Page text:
Jobs Workers in Nepal Are Leaving. Can Government Loans Make Them Stay? view team
Between 2008 and 2017, more than a tenth of Nepal's population left the country, looking for jobs that are scarce at home. The government is trying to bring workers back, but their efforts to support entrepreneurs and new businesses aren't going as well as planned.
KATHMANDU, NEPAL - In 2008, Amar Bahadur Khadka left Nepal for Malaysia to make some money.
When he came back home a decade later, he brought with him cash and, more importantly, skills.
In Malaysia, Khadka worked for a company that produces incense. But on his days off, he picked up shifts at a sandal factory. Now, back in Nepal, he makes sandals of his own. Each pair goes for 120 Nepalese rupees (about $1) and he sells as many as 200 a week.
This is the sort of success story that the Nepalese government hopes will attract more people who have gone abroad for work to come home.
About 3.5 million Nepalese went overseas for work between 2008 and 2017 - more than a tenth of Nepal's total population. That doesn't include the massive wave of Nepalese who head south into India to find jobs. (There are no visa requirements for a Nepalese person to enter India, so there are no good estimates of how many Nepalese are there for work.)
Amar Bahadur Khadka and his wife, Hira Khadka, sort sandals they've made in their home. Amar Bahadur Khadka learned to make sandals when he worked in Malaysia. Now, he hopes to find success making and selling them in Nepal.
Yam Kumari Kandel, GPJ Nepal
Nepal's dismal job market is the key driver of labor migration. More than 500,000 people enter Nepal's labor market every year, according to the International Labour Organization. But the chances that they'll find work that pays well are slim. Instead, they head abroad, where thousands of them have died working in dangerous conditions. Justice is elusive even in the worst cases of exploitation because Nepalese job agencies, known as manpower agencies, thwart laws regulating how workers are recruited and sent.
Now, the Nepalese government wants people who left the country to return and drive economic growth. To help make that happen, the government issued a directive to banks in September of 2018 to provide loans of 1 million Nepalese rupees ($8,908) to people who've returned in the last three years. The loans are meant to be used to build businesses and should be repaid within five years, says Narayan Prasad Paudel, executive director of Nepal Rastra Bank.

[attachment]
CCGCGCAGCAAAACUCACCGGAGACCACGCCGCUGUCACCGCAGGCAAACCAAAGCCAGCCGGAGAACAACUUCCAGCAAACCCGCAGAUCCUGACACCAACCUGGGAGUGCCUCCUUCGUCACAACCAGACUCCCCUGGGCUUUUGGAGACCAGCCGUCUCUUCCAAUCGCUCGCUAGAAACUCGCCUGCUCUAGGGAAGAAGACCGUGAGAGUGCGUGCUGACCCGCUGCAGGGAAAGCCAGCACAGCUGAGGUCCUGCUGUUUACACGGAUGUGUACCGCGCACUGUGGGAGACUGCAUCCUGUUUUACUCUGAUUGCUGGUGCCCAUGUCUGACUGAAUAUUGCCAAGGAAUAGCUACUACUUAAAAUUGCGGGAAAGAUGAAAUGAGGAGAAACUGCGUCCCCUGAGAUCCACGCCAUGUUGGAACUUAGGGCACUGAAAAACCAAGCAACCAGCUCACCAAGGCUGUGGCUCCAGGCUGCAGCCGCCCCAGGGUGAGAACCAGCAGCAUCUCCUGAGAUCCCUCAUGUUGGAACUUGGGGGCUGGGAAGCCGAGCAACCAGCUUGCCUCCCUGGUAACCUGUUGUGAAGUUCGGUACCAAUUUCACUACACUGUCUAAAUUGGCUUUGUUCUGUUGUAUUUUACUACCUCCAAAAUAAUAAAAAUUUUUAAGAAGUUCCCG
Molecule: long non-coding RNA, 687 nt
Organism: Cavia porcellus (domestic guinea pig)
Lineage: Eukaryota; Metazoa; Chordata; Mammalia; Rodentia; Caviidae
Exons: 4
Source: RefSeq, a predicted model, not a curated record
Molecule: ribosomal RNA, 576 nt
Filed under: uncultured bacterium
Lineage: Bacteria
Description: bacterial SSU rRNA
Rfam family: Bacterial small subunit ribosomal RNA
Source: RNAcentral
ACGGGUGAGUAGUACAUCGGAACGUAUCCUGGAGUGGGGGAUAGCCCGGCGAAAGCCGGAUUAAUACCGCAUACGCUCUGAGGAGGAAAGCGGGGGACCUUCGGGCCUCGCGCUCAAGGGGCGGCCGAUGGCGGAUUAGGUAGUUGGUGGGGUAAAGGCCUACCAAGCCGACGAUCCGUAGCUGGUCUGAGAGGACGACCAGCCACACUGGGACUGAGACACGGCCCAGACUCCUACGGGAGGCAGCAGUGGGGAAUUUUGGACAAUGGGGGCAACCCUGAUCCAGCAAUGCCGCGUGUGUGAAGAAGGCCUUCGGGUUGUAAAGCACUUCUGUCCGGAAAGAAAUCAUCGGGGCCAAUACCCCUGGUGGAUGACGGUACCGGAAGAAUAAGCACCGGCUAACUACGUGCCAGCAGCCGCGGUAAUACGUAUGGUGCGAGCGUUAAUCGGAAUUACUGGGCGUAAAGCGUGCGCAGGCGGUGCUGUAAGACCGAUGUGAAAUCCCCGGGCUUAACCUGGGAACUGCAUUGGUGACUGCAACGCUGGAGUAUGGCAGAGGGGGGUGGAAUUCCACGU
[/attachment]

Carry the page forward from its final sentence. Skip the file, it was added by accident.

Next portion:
To get the loan, applicants must first pass a skills verification test designed by the Council for Technical Education & Vocational Training (CTEVT).
The test isn't easy, though. In April, 564 people applied to take it. Of those, 168 wrote the exam and 120 people passed, says Din Bandhu Subedi, an information officer at the Foreign Employment Promotion Board.
Khadka, the slipper maker, plans to take the test. He has high hopes that a loan, if he gets one, will help him increase production.
But advocates for returning migrant workers say the program should include training and mentorships so that these new entrepreneurs can learn how to run a business.
Of all the migrant workers who received labor permits from Nepal's Department of Foreign Employment in the 2013/2014 fiscal year, three-quarters were "unskilled," according to government data, which references the most recent data available.
In 2016, the International Organization for Migration conducted a survey covering a sample of 1,976 long-term Nepalese migrant workers. The survey found that the majority were employed by the manufacturing, construction or hospitality industries.
Those are the types of skills that are tested by the loan program. A person who hopes to secure a loan needs to pass the test in one of the 20 skill areas, such as plumbing, furniture making, electrical wiring and others, Subedi says.
Plumbing is Bishnu Kumar Kathayat's area of expertise. He worked in that field in Saudi Arabia for over three years and only returned to Nepal when he found out that he might be eligible for a loan to start his own business.
Kathayat says he took the exam, but didn't pass. He'd hoped to get a certificate proving that he's qualified to work as a plumber, in addition to the loan.
Still, he's working, even without the certificate.
After doing some plumbing work for his brother's home, he says his brother's neighbors are asking for his services, too.
"People would call me for my help as soon as I am done with the plumbing work in one house," Kathayat says. "I earn 25,000 rupees per month from installing pipes." That's about $223.
When workers return to Nepal, they no longer send the remittances that make up a huge portion of Nepal's economy, says Biswo Poudel, an economist.
As of 2017, remittances make up about 28% of Nepal's gross domestic product, according to the most recent World Bank estimate.
Ultimately, Poudel says, new businesses based in Nepal will eventually contribute to the economy.
But Ganesh Gurung, an expert on Nepal's labor migration sector, says he doubts whether the loan program will truly promote entrepreneurship.
"The loan facility alone cannot make [migrant] workers entrepreneurs and business-oriented [people]," he says.
Gurung says he knows of some returned workers who took out business loans, but their businesses didn't succeed because the workers didn't know how to manage money or get the training they needed.
He adds that some workers abandon their efforts and head overseas again.
Research published by the Nepal-based Centre for the Study of Labour and Mobility echoes Gurung's concerns, noting that reintegration for returning migrant workers is difficult because there's little formalized support.
Kathayat, the plumber, says he hasn't ruled out the possibility of heading back to Saudi Arabia. He plans to take the test again. If he doesn't pass, he says, he'll leave Nepal.
Sagar Ghimire, GPJ, translated this article from Nepali.